Unfortunately, partial-volume enhancement alone won't identify all fecal residue regardless of the duration of tagging or the method used. Some residue will remain untagged or only partially tagged. Distinguishing partially tagged feces isn't a major problem for residues with an inhomogenous internal density pattern. "They can be readily identified with texture feature analysis by a classifier," Näppi said. But other untagged or partially tagged residues mimic the shape and internal density of polypoid lesions.

Fortunately, there is another way to find them. "We noticed that some of these [feces] do not adhere to colonic wall," Näppi said. Findings that have no direct connection to the wall can be dismissed as fecal residue. The researchers developed a wall-connection analysis method to distinguish these unmoored findings. This method could be problematic in cases where untagged feces appear at the surface of tagged materials, because the residues tend to be connected artificially to the wall due to partial-volume surface voxels with CT values in the soft-tissue range. To compensate, the wall-connection analysis method excludes surface values with a high gradient magnitude before the connectedness components are determined, Näppi said.

The second method of distinguishing fecal residue, wall-connection analysis, finds the largest "connected" component of the CT data by clipping CT values in the soft-tissue range. This helps reduce false-positive CAD detections by ensuring that all polyp candidates are connected to the colon wall.

"To evaluate these methods we considered laxative-free CTC and assessed CAD performance in a pilot study of 30 patients," he said. In lieu of cathartic bowel cleansing, the subjects (age range, 38-82 years) drank small amounts (50-250 mL) of an apple-flavored barium suspension with meals for one or two days prior to VC performed on one of two scanners using collimation ranging from 1 to 2.5 mm at 28-84 mAs, 100-120 kVp. Reconstruction intervals ranged from 0.7 to 1.3 mm. Images were acquired at 28-84 mAs and 120-140 kVp. All findings were confirmed with optical colonoscopy performed within a week of VC.

Results from the group's previously developed CAD scheme were examined with and without the two enhancement methods used in the study to compare estimated detection accuracy and false-positive rate, Näppi said.

Results in the 30 datasets, confirmed by colonoscopy, yielded three polyps 10 mm or larger in two patients and five polyps 6-9 mm in diameter in two other patients. All of the polyps were either covered by or touching tagged materials.

Per-lesion detection accuracy with (and without) the proposed methods was 100%, with 2.8 (3.3) false-positive detections per CT scan for polyps 10 mm or larger and 2.7 (3.9) false-positive detections for lesions 6-9 mm. Among the five 6-9-mm lesions, one polyp was missed by CAD, yielding 88% sensitivity. False positives were reduced by 15% for lesions 10 mm and larger and by 31% for lesions 6-9 mm.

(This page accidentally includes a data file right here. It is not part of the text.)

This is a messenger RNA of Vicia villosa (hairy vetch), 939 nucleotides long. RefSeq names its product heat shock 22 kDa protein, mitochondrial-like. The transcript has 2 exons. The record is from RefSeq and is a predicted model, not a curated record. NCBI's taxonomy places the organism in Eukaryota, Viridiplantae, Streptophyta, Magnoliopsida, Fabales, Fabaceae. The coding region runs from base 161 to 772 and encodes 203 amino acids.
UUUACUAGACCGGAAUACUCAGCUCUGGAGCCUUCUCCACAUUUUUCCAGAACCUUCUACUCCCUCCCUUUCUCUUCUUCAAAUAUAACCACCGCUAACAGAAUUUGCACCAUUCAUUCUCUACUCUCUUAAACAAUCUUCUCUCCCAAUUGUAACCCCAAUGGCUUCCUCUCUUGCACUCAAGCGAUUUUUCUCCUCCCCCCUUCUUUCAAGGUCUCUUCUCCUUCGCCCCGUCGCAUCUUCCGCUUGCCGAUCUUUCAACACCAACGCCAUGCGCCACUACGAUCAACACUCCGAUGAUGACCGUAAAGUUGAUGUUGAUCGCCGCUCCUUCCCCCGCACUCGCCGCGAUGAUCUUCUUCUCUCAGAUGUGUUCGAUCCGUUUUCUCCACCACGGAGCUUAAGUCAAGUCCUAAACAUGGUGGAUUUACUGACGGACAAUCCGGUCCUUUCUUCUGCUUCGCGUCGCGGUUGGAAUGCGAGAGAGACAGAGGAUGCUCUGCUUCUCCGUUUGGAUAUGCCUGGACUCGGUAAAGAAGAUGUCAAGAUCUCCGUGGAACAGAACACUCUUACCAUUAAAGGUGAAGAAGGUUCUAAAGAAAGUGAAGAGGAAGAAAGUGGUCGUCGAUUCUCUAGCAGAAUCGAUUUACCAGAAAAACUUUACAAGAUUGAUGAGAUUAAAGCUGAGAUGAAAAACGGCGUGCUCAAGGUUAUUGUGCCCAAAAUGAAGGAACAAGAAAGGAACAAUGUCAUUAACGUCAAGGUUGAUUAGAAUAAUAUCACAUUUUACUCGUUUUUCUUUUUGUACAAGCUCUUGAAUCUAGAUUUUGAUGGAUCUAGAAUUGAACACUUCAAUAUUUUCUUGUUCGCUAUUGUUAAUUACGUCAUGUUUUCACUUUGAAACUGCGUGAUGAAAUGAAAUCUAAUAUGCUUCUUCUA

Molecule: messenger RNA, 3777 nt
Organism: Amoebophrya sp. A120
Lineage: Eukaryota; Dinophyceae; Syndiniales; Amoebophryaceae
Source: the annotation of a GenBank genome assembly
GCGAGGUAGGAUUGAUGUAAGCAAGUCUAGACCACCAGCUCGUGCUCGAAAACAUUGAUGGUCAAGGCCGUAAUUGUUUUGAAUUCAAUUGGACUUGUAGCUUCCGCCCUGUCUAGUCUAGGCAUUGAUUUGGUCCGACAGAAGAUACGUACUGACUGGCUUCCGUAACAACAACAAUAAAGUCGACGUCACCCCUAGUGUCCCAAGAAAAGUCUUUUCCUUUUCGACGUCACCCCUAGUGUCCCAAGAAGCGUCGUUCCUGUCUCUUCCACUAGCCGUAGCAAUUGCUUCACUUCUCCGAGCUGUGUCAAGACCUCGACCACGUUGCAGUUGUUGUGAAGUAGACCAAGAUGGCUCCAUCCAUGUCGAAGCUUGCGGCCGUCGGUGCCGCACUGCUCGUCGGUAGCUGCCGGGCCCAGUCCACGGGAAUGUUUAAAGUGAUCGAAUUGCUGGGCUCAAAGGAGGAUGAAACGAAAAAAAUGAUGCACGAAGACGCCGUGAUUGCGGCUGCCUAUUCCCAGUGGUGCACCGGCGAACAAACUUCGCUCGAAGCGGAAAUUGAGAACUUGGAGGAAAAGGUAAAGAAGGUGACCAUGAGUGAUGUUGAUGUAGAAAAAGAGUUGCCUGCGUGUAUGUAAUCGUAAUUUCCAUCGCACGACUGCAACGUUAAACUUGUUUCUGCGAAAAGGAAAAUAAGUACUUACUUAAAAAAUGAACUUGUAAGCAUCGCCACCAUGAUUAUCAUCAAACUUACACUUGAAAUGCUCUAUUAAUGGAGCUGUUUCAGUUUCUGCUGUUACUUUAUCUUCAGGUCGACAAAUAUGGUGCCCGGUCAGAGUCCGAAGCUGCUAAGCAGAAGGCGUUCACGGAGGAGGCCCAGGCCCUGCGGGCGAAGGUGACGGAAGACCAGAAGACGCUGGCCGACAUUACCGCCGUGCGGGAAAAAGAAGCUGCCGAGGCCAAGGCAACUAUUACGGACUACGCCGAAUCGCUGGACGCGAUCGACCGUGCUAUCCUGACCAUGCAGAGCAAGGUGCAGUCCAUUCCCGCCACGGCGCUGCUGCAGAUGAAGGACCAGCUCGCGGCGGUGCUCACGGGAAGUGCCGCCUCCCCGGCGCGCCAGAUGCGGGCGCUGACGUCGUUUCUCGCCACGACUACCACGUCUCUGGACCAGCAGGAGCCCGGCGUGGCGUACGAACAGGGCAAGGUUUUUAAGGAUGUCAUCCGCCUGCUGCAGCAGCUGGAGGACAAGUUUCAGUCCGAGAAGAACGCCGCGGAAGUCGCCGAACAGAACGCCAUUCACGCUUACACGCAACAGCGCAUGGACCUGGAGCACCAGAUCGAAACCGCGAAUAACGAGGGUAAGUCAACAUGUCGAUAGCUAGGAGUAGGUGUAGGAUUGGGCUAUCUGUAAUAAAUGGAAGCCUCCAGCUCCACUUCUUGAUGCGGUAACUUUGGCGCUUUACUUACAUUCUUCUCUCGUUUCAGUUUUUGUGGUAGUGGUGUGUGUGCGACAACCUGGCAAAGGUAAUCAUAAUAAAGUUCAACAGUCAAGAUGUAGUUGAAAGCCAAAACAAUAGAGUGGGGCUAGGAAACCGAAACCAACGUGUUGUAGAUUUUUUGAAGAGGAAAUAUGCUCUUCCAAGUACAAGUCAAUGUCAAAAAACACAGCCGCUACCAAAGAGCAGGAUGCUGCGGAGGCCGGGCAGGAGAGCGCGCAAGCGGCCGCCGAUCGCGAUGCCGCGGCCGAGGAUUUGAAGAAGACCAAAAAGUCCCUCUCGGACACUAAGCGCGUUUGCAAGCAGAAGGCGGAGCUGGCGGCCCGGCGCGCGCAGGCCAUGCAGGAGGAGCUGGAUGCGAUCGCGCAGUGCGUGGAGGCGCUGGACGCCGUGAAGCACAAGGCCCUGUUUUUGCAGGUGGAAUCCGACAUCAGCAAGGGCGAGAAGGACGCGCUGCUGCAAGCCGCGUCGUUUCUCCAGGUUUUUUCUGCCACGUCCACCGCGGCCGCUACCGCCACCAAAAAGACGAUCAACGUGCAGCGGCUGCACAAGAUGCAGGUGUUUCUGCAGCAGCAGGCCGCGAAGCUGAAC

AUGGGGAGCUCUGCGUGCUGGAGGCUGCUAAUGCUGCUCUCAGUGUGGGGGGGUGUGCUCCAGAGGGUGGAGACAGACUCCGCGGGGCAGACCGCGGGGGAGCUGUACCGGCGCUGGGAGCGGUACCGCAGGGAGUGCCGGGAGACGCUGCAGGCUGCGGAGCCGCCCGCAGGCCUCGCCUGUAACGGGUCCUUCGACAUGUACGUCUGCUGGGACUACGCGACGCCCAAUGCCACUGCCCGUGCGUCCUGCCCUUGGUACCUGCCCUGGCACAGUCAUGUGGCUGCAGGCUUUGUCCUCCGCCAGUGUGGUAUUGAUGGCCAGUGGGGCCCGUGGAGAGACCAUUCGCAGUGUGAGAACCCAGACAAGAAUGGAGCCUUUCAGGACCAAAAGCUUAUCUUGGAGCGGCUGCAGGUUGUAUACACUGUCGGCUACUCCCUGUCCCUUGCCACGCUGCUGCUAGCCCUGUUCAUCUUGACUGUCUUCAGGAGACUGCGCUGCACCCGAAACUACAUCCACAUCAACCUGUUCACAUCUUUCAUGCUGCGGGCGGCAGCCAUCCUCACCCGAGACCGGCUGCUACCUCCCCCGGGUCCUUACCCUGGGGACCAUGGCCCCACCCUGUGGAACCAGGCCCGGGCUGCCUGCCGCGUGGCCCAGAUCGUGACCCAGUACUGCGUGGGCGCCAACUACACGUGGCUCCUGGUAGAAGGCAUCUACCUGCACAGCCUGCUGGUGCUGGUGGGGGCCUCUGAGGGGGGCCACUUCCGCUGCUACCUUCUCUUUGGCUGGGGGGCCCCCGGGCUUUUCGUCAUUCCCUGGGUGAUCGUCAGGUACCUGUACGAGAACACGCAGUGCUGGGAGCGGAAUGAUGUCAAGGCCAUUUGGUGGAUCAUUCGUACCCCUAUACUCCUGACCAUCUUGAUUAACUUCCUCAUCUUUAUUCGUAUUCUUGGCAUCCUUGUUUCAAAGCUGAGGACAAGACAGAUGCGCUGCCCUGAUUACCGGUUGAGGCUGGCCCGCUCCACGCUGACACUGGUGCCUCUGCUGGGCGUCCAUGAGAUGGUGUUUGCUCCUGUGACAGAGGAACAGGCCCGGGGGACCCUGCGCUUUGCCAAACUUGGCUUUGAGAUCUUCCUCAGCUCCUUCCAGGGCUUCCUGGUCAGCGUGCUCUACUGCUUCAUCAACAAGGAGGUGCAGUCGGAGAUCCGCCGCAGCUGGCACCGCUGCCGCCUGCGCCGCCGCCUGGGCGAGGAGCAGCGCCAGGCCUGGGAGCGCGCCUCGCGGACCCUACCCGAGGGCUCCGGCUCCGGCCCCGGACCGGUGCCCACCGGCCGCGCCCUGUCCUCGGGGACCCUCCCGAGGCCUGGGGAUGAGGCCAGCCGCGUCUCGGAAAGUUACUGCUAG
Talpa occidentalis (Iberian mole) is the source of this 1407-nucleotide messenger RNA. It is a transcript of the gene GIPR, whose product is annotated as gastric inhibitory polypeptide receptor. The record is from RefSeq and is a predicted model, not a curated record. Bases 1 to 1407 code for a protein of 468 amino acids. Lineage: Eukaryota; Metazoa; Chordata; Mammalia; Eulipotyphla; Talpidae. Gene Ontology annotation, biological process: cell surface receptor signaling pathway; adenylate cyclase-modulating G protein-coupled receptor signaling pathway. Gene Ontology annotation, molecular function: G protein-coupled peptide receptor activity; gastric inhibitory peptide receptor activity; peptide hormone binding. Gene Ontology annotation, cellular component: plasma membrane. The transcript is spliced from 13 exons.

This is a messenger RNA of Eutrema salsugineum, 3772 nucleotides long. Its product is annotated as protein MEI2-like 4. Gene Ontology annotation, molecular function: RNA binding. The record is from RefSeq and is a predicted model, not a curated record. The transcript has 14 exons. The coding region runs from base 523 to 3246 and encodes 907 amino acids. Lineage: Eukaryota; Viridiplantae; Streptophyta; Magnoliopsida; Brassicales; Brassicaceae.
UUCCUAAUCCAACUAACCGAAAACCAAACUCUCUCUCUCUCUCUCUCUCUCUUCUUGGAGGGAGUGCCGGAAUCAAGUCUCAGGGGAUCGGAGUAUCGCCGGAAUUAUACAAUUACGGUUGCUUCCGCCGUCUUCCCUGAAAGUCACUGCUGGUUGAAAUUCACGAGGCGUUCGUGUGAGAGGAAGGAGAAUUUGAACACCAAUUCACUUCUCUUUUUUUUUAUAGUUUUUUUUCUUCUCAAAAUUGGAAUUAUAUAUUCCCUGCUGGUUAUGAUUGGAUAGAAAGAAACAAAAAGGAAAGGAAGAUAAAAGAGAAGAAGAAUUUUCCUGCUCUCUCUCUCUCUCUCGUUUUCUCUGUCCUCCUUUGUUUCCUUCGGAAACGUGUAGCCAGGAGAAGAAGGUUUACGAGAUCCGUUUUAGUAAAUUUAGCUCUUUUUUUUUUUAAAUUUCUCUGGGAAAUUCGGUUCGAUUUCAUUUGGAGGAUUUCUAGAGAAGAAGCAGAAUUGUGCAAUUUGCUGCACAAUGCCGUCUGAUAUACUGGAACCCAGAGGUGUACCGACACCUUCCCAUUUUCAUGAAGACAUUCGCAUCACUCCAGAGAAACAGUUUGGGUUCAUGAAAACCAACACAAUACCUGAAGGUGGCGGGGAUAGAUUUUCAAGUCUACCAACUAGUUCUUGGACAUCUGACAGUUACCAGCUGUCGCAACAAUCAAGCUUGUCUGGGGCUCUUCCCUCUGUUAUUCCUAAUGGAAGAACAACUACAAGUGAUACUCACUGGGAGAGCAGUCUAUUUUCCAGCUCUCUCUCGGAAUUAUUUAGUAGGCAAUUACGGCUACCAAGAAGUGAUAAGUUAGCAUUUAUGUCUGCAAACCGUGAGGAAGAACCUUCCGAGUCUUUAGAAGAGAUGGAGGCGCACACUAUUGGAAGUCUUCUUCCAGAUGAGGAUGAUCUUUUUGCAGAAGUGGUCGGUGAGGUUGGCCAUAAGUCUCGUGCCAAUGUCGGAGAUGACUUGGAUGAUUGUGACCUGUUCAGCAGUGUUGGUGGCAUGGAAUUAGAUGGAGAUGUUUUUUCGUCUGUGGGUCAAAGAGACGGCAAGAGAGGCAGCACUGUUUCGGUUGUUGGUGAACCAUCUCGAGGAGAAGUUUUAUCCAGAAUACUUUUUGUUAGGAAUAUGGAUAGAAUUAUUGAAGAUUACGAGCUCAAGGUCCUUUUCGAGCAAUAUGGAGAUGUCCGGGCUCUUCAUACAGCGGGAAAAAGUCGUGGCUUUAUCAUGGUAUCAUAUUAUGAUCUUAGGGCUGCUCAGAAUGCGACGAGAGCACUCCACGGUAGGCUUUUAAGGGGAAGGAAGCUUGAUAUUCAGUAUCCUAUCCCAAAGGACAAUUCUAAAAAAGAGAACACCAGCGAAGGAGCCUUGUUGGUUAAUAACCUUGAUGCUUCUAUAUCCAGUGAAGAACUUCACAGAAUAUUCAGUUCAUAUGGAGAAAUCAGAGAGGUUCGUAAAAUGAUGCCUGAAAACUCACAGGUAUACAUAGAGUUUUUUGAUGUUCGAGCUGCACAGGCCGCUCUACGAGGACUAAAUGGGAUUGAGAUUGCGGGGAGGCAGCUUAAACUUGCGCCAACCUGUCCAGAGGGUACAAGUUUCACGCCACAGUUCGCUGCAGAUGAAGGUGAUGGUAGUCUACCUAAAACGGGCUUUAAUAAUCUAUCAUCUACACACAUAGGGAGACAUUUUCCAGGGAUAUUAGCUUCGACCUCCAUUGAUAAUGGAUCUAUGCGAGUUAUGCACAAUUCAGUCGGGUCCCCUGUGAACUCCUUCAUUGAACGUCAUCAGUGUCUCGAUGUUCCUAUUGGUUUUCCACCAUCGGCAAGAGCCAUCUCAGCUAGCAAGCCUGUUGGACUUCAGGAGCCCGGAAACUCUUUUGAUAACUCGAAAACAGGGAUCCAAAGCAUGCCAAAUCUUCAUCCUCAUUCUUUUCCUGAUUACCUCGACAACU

In a pilot study of 30 clinical cases, the number of false positives was reduced after application of the two methods (top). The fROC curve results show the reduction of false positives in 6-9-mm polyps.

Among the false positives identified by the densitometric partial-volume enhancement method and the wall-connection analysis method, approximately 41% were caused by poorly tagged feces, with 30% caused by completely untagged feces. Most of the remaining false positives were caused by fecal residues that adhered to the bowel wall.

Before the application of the densitometric partial-volume correction and wall-connection analysis (top row) in virtual colonoscopy data, CAD misinterprets residual fecal material as polyps. These false positives are eliminated after application of the two methods (bottom row).

"We developed two methods for enhancement and identification of polyplike structures, and also wall-connectedness analysis for the identification of completely untagged feces for laxative-free CTC," Näppi said. "This pilot study indicates that the application of these methods can reduce false positives up to 30%, and these methods may be particularly effective for smaller 6 to 9-mm polyps."

In response to a question from the audience, Näppi said that the presence of a thin coating of tagging material on a true polyp does not appear to prevent detection by CAD, perhaps because the internal soft-tissue densities are correctly read as polyps.

By Eric Barnes
AuntMinie.com staff writer
August 4, 2008

Higher VC laxative dose burdens patients, doesn't improve reads, July 16, 2008

New low-volume bowel cleansing solution effective, more acceptable, May 9, 2008

VC CAD finds polyps in prepped or unprepped patients, May 6, 2008

Minimal-prep VC may miss more flat lesions, April 17, 2008

Bowel prep with sodium phosphate or PEG pose low risks of renal impairment, January 4, 2008

Copyright © 2008 AuntMinnie.com